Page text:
This week saw one of Lambeth’s best attended public meetings of recent years, focused on one of the biggest threats facing the borough: huge planned government cuts to local school budgets.
Organised by the parent-led Fair Funding For All Schools in Lambeth campaign, the gathering at Sunnyhill Primary School on Wednesday drew over 250 people. This grassroots group, part of a national network, has grown rapidly in just a few weeks in response to planned government changes to the funding formula that decides how much money each school in England receives. This may sound initially like a very technical and very dull process, but it has enormous consequences as the formula ultimately decides how many staff each school has, what support it can offer to disadvantaged children and the number of pupils in each classroom.
This is why the government changes are so alarming. As Cllr Claire Holland wrote last week, the tinkering with this formula could rob Lambeth of up to £24 million and inflict steep cuts on all our local schools. In my ward in Vassall near Brixton, an area with high levels of poverty and deprivation, these cuts will see three local schools – Reay, Christchurch and St John Divine – lose a projected £300,000 from their combined budgets which equates to the cost of employing 11 teachers. Whichever way you look at this, it’s devastating as it means almost certainly fewer staff, bigger class sizes, less upkeep of the buildings and fewer resources in the schools. And what is especially galling is that this comes after two decades of steady improvement over the past decade under Labour councils which has taken us from being one of the worst educational authorities in the country to one of the best.
At the meeting on Wednesday, the concern of parents and teachers was clear in the passion of the speakers. Many feared that arts courses would be cut back to nothing, others pointed out that recent tightening of spending had already put pressure on budgets – we heard from teachers that some schools were already asking parents to get their children to bring paper to school. How can that be something that a leading Western economy can be happy with?
There is a clear solution to this problem. The government has the money to reverse the impact of these cuts as they have announced plans to spend over £300 million on expanding grammar schools (which all the evidence shows provide worst outcomes for poorer students). This money could be transferred to existing schools to even out funding across the country: it wouldn’t require taxes to rise or other services to suffer, Ministers could just drop their unnecessary obsession with grammar schools and put all children first. Instead, they are punishing our schools for being successful.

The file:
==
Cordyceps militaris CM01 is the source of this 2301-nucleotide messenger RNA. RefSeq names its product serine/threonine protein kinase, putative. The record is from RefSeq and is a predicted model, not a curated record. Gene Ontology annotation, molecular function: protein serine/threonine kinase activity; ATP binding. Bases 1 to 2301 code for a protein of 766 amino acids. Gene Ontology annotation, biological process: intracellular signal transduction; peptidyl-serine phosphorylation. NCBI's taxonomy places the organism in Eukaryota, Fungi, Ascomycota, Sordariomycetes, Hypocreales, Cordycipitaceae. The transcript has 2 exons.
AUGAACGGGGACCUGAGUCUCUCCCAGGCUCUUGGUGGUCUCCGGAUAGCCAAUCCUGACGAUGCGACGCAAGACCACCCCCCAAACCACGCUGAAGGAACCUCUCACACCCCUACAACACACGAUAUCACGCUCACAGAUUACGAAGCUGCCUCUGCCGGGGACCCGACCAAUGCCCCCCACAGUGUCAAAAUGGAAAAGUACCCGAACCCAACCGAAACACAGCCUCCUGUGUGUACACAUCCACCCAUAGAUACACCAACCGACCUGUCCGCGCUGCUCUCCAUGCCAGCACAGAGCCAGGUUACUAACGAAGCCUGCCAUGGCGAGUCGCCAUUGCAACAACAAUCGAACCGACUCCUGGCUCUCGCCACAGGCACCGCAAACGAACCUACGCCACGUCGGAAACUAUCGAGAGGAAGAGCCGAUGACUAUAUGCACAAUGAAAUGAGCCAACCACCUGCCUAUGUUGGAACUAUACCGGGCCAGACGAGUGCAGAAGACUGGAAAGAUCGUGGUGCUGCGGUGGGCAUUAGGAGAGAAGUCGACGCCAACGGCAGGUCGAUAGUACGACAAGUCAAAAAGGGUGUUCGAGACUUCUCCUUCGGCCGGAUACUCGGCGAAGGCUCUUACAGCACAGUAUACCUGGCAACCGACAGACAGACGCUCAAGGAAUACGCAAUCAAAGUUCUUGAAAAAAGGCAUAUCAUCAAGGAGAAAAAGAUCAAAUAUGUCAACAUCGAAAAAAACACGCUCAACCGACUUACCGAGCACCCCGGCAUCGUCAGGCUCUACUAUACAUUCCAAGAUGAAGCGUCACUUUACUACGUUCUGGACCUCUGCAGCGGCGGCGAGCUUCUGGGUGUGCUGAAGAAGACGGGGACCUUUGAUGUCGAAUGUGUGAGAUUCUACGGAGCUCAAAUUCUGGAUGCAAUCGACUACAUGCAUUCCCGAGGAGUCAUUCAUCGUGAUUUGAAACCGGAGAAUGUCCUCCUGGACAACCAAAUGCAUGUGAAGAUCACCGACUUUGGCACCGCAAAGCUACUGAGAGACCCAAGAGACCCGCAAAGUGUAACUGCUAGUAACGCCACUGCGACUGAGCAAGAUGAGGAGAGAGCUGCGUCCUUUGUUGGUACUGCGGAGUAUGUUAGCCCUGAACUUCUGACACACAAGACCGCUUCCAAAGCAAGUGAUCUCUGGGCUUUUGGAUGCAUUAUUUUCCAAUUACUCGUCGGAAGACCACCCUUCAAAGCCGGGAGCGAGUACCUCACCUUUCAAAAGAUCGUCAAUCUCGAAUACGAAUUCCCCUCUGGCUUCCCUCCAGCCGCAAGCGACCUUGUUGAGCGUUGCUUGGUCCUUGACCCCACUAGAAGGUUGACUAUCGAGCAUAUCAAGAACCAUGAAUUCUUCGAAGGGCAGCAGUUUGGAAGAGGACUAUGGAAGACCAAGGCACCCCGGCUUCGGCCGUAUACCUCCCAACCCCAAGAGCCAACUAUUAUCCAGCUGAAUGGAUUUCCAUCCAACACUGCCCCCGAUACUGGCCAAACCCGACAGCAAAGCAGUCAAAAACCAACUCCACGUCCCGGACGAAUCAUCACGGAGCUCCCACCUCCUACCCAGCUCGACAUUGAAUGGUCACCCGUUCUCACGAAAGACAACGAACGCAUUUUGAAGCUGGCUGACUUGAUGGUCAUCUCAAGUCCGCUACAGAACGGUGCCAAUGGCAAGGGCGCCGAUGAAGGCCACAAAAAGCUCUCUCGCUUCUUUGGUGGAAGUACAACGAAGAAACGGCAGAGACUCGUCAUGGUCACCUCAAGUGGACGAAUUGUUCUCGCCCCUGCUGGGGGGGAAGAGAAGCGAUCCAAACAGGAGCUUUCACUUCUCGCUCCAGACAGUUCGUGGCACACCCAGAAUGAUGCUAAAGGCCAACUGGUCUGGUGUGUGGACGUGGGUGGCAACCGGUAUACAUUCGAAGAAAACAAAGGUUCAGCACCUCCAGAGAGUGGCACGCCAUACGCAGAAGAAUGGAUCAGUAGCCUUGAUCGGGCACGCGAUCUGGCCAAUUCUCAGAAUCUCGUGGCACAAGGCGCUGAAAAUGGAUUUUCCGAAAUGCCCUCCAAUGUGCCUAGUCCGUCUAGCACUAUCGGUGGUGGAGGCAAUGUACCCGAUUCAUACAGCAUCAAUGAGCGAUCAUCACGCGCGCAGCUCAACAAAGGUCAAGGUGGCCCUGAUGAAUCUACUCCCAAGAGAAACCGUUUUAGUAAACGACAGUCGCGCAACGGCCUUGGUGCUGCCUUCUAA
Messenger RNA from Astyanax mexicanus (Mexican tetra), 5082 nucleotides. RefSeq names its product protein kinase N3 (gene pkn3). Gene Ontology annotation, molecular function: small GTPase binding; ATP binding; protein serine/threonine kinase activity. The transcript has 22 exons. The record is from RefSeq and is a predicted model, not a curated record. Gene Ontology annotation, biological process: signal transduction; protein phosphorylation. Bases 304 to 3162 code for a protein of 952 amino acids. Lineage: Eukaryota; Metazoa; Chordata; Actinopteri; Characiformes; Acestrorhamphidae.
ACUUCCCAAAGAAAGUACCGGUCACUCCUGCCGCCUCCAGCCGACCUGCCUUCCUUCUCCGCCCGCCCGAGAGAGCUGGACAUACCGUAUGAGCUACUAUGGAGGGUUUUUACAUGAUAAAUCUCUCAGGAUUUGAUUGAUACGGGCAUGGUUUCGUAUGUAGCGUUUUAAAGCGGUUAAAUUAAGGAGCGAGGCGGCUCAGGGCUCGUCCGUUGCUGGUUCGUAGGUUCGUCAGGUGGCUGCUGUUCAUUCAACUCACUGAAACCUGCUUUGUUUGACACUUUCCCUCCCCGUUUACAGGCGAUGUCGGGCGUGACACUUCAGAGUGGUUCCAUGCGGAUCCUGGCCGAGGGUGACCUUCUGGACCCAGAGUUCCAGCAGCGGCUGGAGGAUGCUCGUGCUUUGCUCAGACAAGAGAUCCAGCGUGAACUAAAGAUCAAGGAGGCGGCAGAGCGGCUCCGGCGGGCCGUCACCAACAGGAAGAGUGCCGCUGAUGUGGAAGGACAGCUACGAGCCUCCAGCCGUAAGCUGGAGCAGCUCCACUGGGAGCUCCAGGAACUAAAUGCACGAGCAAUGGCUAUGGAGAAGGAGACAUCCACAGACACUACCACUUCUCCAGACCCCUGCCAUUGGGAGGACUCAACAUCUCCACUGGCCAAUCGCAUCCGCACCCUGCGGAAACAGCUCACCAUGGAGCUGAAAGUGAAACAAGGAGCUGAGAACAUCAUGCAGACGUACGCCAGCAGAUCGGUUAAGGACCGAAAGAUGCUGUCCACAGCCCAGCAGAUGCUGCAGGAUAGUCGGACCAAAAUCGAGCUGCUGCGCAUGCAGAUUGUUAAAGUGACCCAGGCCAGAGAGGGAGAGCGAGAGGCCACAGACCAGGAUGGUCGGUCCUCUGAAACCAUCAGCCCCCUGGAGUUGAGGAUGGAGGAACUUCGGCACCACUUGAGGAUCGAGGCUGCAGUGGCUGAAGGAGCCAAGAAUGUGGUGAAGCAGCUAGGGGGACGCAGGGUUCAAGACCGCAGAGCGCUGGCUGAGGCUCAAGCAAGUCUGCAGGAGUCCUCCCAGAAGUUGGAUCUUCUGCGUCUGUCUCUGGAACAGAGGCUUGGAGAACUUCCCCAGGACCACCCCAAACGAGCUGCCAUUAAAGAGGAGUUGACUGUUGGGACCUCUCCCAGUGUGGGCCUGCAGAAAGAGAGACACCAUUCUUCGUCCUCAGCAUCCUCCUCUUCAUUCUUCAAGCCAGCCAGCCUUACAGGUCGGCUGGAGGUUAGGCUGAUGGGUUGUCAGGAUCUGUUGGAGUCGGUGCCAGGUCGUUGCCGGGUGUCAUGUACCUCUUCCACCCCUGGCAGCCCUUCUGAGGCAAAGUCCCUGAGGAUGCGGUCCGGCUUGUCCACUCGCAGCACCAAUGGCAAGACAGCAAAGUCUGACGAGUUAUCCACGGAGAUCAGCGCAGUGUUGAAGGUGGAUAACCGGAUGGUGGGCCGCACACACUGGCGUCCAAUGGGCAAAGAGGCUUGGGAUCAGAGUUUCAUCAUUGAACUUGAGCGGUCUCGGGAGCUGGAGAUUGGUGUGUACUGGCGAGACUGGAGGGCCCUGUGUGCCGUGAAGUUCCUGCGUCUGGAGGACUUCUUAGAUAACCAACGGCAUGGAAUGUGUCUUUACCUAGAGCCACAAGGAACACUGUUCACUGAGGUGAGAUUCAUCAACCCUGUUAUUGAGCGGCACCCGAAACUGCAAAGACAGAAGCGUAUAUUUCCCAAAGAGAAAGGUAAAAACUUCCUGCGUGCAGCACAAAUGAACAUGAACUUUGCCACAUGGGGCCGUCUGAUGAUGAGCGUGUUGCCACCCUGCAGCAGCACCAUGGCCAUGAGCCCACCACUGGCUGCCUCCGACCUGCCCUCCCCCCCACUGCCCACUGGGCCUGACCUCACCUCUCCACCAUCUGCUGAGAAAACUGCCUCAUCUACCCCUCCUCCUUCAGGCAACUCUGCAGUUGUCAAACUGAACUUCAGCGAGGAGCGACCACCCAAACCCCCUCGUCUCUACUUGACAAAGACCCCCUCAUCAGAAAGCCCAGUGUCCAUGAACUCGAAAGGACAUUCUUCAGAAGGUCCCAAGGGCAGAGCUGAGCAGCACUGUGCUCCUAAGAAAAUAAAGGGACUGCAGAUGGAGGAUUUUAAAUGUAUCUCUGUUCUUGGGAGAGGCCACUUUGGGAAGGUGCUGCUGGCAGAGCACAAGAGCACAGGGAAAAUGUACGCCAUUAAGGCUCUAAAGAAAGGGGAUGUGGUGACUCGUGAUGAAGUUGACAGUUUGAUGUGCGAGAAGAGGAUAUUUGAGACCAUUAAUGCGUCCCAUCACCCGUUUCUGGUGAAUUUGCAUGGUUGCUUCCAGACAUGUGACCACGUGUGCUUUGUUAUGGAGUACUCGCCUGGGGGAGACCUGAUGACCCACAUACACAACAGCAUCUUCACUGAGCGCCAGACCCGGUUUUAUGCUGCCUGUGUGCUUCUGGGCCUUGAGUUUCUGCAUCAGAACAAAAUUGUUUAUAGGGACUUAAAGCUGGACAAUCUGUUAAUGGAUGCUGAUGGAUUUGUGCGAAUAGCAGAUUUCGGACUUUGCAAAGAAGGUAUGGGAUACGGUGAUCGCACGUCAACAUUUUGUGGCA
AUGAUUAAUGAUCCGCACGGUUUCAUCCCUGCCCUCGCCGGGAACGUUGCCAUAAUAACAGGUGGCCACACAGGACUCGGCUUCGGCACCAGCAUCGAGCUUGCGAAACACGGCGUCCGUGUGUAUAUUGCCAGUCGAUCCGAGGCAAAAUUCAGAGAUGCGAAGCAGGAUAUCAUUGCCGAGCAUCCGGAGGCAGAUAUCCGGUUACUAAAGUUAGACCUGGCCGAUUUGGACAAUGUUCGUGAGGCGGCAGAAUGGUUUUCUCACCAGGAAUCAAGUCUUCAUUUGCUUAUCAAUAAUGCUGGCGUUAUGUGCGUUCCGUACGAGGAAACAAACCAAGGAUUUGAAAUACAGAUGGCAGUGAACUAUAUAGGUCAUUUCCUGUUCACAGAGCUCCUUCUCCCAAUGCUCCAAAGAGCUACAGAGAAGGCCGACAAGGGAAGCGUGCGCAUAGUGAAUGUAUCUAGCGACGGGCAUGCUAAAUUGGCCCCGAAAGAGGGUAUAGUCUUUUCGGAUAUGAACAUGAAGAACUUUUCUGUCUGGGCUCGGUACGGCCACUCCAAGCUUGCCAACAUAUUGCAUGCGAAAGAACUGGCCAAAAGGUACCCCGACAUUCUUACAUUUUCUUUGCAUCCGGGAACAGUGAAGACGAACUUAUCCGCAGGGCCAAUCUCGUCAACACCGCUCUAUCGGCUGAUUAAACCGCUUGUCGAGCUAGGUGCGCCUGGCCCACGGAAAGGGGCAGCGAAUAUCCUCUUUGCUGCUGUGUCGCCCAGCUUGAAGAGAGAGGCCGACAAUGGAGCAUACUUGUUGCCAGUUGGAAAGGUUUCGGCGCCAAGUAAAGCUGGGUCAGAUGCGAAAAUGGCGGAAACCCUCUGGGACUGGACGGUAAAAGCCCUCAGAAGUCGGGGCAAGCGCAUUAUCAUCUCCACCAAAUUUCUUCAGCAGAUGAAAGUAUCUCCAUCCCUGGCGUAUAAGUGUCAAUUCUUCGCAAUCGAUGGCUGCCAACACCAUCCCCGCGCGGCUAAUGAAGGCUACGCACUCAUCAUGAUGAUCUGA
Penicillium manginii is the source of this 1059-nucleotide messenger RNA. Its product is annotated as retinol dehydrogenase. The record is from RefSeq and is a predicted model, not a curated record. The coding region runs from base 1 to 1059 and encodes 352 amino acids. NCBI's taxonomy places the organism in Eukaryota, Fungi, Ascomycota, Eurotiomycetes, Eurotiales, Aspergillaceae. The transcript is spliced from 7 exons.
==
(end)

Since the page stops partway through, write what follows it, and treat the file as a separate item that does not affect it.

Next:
There is sadly little sign that the Tories are listening. None of their Lambeth councillors bothered to attend the meeting and local Tories have actually supported these cuts. In contrast, dozens of Labour councillors were at the meeting, which also heard from Lambeth Labour leader Lib Peck and local MP Helen Hayes, as well as receiving a message of support from Streatham MP Chuka Umunna. As all the Labour representatives at the meeting said, we are fighting these cuts: we are putting pressure on ministers, we are raising awareness through leaflets and door knocking, and we have a petition that has already ratcheted up more than 850 signatures (please sigh here!).
I strongly believe that this government can be persuaded to change its mind. Last year a campaign by councils like Lambeth forced the scrapping of plans for the forced academisation of schools. Given the passion I saw in Sunnyhill this week, I have no doubt that if parents, teachers and councillors work together we can end this serious threat that is putting the future of local children at risk.
Councillor for Vassall ward